The ability to traverse an anatomically challenging and complex arch is paramount to the success of any neuroendovascular procedure. With age, the aortic arch becomes elongated, calcified, and less compliant. The authors present the initial experience with a multiple parallel guidewire system (ZigiWire Mode 3) for catheterization through a complex tortuous aortic arch to access extracranial vessels. The ZigiWire is an organized guidewire system that uses consecutive delivery of 3 small-diameter (0.014-inch) guidewires that are progressively advanced in parallel to secure support-wire access. The authors have found it useful in situations in which traditional methods for great-vessel access have failed. Moreover, the progressive construction of a large wire from smaller wires prevents “kickback” force from a single larger guidewire, allowing stable distal access. The authors have been able to advance different diagnostic and guide catheters over the ZigiWire. This guidewire has allowed them to successfully complete neuroendovascular procedures in patients who were previously considered unsuitable for the procedure because of tortuous vascular access.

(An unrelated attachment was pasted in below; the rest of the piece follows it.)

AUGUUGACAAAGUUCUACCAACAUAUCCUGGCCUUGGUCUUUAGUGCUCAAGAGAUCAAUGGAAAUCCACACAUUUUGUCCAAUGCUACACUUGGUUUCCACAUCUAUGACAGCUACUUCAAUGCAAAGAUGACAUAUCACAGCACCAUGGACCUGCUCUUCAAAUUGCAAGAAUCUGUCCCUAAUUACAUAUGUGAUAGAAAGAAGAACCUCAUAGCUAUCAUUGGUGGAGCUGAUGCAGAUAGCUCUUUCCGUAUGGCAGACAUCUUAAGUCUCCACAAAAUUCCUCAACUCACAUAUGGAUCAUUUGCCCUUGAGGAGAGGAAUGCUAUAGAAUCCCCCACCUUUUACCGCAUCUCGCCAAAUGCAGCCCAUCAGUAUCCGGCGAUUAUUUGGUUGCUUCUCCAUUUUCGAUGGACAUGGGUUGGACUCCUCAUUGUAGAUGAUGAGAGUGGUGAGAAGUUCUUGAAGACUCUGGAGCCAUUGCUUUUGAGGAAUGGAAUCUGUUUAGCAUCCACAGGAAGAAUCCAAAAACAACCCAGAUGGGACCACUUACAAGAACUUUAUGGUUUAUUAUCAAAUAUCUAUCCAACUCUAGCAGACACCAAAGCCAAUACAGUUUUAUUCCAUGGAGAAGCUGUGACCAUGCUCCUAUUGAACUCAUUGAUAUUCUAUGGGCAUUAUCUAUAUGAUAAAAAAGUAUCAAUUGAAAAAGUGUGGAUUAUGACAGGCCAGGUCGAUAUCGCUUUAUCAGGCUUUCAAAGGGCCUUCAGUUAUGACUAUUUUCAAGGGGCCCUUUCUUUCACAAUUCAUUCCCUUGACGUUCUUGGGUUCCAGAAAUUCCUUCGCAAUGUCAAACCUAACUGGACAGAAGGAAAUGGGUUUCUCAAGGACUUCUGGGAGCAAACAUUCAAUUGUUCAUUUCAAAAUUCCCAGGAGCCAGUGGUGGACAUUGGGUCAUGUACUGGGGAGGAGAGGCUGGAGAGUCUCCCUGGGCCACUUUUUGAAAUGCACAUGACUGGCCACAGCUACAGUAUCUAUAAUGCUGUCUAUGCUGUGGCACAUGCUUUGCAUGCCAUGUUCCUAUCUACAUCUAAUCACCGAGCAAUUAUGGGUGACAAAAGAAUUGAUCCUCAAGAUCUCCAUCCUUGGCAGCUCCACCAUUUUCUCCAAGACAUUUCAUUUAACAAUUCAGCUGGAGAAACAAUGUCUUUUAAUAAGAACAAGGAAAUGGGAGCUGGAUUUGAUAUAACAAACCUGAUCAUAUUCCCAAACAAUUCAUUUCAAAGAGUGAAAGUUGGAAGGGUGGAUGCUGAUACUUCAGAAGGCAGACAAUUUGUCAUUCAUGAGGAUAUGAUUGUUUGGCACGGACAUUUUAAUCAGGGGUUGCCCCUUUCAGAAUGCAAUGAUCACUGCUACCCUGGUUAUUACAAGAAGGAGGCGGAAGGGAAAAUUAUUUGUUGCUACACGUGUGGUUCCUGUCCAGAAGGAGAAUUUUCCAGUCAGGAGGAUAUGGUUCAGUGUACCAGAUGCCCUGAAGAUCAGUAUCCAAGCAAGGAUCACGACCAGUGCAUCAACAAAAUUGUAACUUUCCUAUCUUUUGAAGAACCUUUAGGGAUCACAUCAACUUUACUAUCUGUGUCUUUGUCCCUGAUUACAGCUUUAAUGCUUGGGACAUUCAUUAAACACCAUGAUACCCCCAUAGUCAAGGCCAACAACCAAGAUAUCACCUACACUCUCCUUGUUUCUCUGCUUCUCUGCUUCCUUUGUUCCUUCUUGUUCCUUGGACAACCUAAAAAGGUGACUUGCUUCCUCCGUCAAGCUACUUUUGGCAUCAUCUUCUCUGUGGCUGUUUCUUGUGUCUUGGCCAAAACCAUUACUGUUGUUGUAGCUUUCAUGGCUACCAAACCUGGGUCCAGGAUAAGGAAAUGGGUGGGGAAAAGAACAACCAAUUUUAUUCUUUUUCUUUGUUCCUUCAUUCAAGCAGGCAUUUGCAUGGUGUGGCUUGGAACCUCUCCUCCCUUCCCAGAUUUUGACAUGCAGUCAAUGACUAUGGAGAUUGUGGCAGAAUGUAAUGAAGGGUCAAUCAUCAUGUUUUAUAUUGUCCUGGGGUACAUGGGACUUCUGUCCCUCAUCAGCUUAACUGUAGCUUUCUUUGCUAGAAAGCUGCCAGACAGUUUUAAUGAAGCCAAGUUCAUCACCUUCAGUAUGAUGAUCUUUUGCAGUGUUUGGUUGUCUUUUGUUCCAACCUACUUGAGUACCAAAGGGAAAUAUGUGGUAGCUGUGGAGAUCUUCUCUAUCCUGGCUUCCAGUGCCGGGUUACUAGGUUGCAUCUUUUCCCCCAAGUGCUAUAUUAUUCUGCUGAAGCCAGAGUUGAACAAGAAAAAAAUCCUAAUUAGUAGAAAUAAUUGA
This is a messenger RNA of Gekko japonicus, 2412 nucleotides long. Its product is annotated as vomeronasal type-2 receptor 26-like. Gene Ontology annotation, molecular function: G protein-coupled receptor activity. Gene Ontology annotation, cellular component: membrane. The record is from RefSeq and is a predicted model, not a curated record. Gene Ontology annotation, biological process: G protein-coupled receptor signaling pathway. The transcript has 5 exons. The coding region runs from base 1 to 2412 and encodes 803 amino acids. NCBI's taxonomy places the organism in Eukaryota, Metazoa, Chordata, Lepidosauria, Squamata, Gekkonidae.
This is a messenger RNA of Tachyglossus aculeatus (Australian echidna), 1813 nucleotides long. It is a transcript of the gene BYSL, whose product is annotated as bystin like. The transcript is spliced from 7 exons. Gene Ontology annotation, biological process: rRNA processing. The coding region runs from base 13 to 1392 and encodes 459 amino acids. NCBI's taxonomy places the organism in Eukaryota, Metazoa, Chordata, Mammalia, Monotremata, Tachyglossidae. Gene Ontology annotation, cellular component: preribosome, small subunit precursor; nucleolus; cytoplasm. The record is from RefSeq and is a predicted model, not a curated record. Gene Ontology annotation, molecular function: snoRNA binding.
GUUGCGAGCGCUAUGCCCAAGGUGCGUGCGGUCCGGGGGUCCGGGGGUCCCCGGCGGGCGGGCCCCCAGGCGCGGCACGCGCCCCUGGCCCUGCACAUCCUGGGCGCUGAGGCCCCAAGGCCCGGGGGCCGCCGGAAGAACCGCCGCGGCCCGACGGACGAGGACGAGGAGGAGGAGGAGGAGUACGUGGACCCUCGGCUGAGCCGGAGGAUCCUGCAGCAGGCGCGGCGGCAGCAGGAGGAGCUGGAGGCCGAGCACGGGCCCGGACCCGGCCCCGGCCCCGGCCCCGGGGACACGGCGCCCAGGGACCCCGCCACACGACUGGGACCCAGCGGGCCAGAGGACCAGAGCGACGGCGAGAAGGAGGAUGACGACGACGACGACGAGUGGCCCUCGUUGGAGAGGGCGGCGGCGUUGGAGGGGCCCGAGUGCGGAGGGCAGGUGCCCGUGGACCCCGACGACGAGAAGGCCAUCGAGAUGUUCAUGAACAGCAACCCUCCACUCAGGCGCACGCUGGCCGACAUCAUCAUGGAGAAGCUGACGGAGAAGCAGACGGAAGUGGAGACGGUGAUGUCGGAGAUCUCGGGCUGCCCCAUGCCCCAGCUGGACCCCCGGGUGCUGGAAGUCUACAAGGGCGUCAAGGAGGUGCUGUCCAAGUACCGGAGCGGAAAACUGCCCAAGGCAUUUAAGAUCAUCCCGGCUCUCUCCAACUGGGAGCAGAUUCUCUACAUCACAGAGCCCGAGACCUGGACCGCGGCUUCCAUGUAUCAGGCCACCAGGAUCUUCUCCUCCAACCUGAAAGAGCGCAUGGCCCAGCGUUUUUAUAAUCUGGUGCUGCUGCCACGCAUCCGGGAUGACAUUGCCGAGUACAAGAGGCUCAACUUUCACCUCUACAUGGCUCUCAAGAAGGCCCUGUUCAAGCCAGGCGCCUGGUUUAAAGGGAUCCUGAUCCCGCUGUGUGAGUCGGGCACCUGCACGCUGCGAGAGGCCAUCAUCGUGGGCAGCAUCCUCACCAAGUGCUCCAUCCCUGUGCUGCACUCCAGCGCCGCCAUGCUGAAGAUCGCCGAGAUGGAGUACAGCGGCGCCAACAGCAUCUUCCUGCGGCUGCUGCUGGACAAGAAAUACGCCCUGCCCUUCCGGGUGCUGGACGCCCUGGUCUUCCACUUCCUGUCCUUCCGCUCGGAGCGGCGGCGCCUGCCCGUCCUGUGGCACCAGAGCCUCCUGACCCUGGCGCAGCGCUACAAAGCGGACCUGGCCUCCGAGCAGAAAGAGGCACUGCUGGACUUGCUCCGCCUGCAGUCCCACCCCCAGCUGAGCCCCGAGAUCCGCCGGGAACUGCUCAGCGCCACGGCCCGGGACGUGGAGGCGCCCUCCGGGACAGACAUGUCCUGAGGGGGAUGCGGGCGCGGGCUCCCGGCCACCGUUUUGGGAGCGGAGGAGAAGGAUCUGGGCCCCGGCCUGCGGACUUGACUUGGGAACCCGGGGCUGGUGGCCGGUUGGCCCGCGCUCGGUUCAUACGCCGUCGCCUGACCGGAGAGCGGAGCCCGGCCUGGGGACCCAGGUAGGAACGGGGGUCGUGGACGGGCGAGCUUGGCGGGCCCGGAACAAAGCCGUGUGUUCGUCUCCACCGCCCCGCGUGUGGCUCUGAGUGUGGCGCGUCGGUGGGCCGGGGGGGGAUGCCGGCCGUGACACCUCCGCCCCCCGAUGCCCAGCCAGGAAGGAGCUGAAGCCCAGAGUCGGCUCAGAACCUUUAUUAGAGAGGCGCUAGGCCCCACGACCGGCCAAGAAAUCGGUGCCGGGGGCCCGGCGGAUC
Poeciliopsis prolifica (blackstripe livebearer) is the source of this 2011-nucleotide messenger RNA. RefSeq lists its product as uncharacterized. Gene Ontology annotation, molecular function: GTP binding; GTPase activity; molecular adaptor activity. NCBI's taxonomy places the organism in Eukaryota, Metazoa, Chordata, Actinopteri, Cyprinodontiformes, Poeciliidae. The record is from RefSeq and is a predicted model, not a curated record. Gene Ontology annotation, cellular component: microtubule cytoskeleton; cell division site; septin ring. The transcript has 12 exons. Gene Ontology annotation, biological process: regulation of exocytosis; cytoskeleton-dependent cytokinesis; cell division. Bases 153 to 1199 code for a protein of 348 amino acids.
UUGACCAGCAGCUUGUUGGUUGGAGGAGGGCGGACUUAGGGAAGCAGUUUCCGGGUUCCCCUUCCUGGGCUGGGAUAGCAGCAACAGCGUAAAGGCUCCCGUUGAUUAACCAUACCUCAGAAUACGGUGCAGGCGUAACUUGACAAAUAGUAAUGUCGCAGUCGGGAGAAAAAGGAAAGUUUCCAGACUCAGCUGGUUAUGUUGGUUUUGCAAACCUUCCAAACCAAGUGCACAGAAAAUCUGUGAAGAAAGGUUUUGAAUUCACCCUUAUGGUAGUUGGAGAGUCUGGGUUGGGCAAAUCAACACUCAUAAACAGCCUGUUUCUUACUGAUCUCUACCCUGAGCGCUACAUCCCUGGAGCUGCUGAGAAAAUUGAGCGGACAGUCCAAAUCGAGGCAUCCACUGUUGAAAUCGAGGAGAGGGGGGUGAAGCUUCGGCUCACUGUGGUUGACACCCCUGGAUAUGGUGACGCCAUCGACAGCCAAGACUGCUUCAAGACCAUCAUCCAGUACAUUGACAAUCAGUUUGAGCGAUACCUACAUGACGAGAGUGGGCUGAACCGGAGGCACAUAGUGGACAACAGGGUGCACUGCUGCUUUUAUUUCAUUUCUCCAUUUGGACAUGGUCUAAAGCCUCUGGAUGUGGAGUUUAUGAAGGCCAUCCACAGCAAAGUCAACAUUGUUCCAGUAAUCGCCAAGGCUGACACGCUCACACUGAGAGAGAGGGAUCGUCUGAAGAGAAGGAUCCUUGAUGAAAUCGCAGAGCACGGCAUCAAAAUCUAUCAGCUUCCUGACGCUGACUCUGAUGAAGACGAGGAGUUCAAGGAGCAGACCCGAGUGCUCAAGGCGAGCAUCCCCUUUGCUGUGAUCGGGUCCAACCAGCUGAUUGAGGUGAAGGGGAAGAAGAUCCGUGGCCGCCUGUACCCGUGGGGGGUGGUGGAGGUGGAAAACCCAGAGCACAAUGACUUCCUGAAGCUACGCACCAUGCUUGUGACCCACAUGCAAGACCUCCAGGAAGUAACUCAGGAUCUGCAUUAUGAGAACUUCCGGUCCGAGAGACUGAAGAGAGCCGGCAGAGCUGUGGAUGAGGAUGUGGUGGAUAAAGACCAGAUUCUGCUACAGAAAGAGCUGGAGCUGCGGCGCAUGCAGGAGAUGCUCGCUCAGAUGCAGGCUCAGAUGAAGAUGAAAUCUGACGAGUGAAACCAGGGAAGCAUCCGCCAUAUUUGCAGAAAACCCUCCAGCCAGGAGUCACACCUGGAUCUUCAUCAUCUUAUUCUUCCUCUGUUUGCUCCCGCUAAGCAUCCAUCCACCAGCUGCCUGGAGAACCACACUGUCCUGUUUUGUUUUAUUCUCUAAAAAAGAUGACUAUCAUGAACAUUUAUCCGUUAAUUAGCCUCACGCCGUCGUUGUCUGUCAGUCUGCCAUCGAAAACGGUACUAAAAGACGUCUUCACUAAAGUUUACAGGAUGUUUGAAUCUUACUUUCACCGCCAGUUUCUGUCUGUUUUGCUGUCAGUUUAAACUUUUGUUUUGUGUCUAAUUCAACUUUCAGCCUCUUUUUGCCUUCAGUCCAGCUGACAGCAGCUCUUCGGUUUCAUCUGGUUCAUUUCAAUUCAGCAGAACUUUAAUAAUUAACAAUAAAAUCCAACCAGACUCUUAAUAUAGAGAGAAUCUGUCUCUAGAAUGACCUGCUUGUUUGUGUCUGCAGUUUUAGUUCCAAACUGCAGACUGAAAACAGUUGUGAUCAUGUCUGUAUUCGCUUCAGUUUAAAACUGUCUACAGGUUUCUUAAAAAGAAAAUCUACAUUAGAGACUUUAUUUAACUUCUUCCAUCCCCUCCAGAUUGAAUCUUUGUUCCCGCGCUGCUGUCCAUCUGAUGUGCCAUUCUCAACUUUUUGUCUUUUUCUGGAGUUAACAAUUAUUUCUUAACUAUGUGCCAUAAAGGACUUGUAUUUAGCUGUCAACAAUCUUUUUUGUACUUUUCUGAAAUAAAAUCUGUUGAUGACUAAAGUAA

Accessibility to cervical and cerebrovascular structures is essential for the performance of neuroendovascular procedures. The neurointerventionist must be able to navigate the aortic arch and obtain access to the supra-aortic vessels. The ability to traverse an anatomically challenging and complex arch is paramount to the success of any neuroendovascular procedure. With age, the aortic arch becomes elongated, calcified, and less compliant, and the takeoff of the great vessels becomes more angulated.1–4 At times, catheterization of the great vessels is not possible, and direct cutdown for direct access is necessary.1–4 We describe the initial experience with a multiple parallel guidewire system (ZigiWire Mode 3, Vadiswire Corp.) for catheterization of complex, tortuous extracranial vessels during neuroendovascular procedures.